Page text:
Preparing InDesign Files for your Print Service

Turquoise Flag-Tip
packaging-indesign-header

Often times when it comes to preparing files for a printer it can get really complicated really fast. Often times when I’m creating a design there are a lot of elements that I use in a file, most of which are images and fonts. It’s so complicated to remember EVERYTHING you put into a file so I discovered this cool trick you can use in InDesign to help package up all of your information for you! That way you don’t have to worry about missing anything. The function is called packaging. Here is how to package a file and what it does exactly.

*Note that this refers to InDesign CS4; CS3 refers to the “Packaging” feature as “Preflight”. Preflight has been expanded upon in CS4.

package-menu

To get the process started go to File > Package. Or if you love the keyboard shortcuts its: Alt + Shift + Ctrl + F (Mac: Option+Shift+Command+P). This will bring up a dialog box that gives you all the information about what is going to be packaged. What packaging does is put all your resources (links, fonts, Pantone colors, as well as a copy of the InDesign file) into one folder for the printer to easily access the files and information quickly. This way you don’t have to worry about a ticked-off printer coming back to you upset that your files weren’t all included with your submitted InDesign file.

package

You can go through the other sections below “Summary” to make sure everything is good to go. These tabs show everything that is going to be packaged into the document. Once you have reviewed this information click “Package”. This will take you to a Printing Instructions window. I always put my information in the document for the printer, one never knows if they may need to contact you. There is also an area for you to write specific instructions for the printer as well. This can come in quite handy if you want to use a special printing technique.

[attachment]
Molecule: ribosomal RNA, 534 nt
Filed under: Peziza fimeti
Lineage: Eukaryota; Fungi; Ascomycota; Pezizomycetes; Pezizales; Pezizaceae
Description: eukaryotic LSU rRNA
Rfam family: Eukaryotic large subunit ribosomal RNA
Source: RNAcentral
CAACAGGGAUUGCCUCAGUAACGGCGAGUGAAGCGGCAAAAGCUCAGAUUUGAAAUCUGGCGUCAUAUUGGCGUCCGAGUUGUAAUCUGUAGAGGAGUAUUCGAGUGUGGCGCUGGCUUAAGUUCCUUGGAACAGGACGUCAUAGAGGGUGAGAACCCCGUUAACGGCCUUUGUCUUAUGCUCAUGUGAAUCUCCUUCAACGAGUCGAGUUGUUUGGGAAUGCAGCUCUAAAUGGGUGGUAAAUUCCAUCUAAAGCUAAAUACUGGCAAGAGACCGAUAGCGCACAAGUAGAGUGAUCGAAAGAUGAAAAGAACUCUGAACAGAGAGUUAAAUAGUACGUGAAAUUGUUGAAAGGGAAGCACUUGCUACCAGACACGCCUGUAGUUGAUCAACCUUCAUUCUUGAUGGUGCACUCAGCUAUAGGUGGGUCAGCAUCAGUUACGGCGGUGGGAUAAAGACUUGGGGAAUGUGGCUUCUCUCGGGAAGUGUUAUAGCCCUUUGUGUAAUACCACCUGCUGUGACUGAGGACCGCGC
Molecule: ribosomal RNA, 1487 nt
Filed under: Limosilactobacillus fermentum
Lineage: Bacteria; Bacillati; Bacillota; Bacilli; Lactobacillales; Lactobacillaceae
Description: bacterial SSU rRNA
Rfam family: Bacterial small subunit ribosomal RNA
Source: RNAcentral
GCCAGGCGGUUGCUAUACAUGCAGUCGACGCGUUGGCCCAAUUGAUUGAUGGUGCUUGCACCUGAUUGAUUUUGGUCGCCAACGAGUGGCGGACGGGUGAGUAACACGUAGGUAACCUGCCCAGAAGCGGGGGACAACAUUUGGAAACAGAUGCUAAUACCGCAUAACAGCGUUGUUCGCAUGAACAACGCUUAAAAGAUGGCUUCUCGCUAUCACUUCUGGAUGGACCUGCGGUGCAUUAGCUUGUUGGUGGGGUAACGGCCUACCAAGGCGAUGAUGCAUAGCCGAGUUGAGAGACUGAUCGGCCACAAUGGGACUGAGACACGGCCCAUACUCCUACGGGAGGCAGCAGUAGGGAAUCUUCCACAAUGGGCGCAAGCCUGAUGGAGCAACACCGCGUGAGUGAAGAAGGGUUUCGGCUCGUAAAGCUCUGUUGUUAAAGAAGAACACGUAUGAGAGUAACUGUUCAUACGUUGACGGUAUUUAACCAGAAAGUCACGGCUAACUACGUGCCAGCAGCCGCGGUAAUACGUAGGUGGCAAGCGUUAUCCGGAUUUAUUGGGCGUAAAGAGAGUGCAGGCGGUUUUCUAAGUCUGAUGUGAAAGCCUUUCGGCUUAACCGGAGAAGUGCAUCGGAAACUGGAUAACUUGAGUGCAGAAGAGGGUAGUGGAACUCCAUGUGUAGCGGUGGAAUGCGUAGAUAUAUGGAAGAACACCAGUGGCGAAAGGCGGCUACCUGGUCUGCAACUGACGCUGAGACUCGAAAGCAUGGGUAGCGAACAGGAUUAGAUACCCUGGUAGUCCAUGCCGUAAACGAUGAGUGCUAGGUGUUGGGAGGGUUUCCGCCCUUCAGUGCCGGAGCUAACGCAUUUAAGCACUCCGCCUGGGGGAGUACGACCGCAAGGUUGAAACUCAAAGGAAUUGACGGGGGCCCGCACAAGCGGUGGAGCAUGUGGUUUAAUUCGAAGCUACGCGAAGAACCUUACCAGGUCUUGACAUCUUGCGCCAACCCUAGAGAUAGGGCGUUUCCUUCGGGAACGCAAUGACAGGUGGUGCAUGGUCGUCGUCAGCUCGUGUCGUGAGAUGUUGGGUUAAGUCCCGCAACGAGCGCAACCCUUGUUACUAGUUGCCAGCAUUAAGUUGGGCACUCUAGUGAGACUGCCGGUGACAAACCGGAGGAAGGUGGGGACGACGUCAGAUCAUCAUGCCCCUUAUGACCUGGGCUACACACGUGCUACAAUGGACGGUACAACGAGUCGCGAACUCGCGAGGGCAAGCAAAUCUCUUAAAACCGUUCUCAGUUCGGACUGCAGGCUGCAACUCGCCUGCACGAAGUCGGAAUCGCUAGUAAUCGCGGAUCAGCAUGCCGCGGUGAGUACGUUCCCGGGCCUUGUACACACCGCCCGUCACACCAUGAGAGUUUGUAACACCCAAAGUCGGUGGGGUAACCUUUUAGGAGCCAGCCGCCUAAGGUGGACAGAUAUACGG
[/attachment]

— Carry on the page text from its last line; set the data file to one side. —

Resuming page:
printing-instructions

After clicking “Continue”, a “Package Publication” window will pop up. Here you will choose a location on your computer to save a folder with all the InDesign file information and fonts and files used within the layout. Navigate to where you want the press ready folder saved and click “Package”. This will start the packaging process.

package-folder

Once the computer has finished saving your file, go ahead and navigate to the folder. If you look in the folder you’ll see your file is there with a separate folder for fonts and links.

preflight-folder-items

Can’t get much easier than that! Next time let your computer do all the heavy lifting.

About the Author, Katie Major

I'm a graphic designer with a passion for typography, learning, photography, reading, knitting, and playing music. Check out some of my personal projects here.

Discover More by Katie Major

Discussion

We want to hear what you have to say. Do you agree? Do you have a better way to approach the topic? Let the community know by joining the discussion.